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Healthy Calves are Vital to Creating Healthy Profits

March 16, 2016
 
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Contact: Shelly Mayer
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Healthy Calves are Vital to Creating Healthy Profits

What happens in the first six hours of a calf's life can impact how that animal produces well into her days as a milk cow. That's according to Dr. Daryl Nydam, DVM, an associate professor at the College of Veterinary Medicine at Cornell University. During a workshop at the Professional Dairy Producers of Wisconsin annual business conference, he explained that calves that consume colostrum shortly after birth do better than those that drink straight milk or milk replacer.

“Passive transfer is essential to the health and well-being of the newborn calf,” Dr. Nydam said. “Giving adequate amounts of high quality, clean colostrum in a timely fashion is critical to minimizing neonatal disease and maximizing growth. This is even more critical in group housed situations.”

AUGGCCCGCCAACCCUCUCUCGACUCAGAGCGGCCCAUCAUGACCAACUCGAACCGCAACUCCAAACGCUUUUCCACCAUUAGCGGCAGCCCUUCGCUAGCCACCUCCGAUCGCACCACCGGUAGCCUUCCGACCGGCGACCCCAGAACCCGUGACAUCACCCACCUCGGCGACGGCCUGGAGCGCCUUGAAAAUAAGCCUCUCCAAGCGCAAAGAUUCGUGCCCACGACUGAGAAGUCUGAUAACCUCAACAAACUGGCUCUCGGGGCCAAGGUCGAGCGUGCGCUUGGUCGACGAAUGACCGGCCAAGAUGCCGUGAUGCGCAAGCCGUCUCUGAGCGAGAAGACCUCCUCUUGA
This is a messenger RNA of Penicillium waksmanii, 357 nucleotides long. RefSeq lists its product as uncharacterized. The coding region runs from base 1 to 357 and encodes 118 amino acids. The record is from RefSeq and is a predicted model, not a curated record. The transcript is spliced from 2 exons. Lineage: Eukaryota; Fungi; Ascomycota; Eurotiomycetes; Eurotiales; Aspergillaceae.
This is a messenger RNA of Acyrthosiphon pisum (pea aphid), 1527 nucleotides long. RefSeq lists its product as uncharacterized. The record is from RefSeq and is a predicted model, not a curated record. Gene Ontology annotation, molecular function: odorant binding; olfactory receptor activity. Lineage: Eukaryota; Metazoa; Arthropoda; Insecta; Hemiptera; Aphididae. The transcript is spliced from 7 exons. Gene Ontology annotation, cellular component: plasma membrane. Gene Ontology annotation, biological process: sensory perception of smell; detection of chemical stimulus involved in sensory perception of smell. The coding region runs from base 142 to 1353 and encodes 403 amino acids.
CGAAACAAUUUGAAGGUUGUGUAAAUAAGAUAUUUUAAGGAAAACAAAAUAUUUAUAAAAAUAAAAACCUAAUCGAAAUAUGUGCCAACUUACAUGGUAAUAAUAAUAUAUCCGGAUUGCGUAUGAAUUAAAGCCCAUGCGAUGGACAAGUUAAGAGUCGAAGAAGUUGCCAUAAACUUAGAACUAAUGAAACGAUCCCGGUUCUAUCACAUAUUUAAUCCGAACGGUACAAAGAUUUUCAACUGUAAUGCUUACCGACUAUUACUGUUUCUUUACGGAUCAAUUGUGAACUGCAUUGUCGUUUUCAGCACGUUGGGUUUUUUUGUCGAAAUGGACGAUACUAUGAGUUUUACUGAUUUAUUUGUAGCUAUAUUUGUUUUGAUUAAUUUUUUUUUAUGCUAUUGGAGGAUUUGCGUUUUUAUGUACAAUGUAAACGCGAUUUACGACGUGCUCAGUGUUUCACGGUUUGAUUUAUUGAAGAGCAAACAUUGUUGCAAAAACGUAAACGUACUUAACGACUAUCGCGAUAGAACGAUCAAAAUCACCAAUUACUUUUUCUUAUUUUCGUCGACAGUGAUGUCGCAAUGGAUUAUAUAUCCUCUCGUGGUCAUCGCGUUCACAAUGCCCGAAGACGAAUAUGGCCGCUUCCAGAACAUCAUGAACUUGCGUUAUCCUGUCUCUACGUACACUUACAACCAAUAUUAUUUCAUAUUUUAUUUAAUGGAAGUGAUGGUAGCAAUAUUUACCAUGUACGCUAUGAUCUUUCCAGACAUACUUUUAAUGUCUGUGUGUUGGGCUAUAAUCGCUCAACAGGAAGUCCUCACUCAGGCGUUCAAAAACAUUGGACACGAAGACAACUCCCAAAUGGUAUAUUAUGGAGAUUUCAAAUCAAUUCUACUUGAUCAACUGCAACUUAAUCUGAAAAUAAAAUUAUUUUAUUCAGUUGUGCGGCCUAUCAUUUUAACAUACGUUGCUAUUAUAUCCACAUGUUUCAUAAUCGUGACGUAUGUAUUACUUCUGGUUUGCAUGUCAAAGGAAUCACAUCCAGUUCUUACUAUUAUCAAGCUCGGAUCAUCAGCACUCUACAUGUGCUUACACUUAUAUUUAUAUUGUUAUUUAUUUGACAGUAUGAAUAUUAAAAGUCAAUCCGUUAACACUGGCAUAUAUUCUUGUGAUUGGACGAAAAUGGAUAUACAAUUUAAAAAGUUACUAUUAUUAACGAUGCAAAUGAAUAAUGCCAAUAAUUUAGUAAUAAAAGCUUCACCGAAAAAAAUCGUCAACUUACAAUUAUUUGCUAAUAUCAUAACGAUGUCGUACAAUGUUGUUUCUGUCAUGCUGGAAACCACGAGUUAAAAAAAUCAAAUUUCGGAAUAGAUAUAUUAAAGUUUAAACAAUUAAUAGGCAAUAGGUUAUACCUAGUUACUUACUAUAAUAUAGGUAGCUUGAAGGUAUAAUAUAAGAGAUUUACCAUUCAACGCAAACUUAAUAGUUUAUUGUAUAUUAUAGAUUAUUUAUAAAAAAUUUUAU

Studies indicate that the Immunoglobulins (IgG) contained in colostrum will not only help that calf's immunity prior to weaning, but also leads to other health benefits as a lactating cow.

Nydam adds that conventional milk replacer feeding programs provide little energy for maintaining body temperature, building immunity, and growth--particularly when intestinal infections with organisms such as Cryptosporidiuma represent.

“If you do need to feed milk replacer, be sure to know that the feeding instructions located on the bag are based on a diet that also includes calf starter in its ration,” he notes. “Chances are your calf is not eating palatable food in the first weeks of life, so one cup of powder is not going to be enough to give that calf a 1.5 pound daily rate of gain.”

Meanwhile, nutrition is not the only component to raising healthy dairy replacements. Providing a dry and comfortable environment can be equally important.

“A proper feeding program and adequate housing helps reduce pathogens, which leads to disease resistance,” Nydam points out.

Lastly, he cited research on the importance of how the calf's mother is cared for during pregnancy.  Studies show that dry cows on a high energy diet may be at increased risk of developing insulin resistance, and their colostrum volume and IgG concentration might be affected, as well.
 
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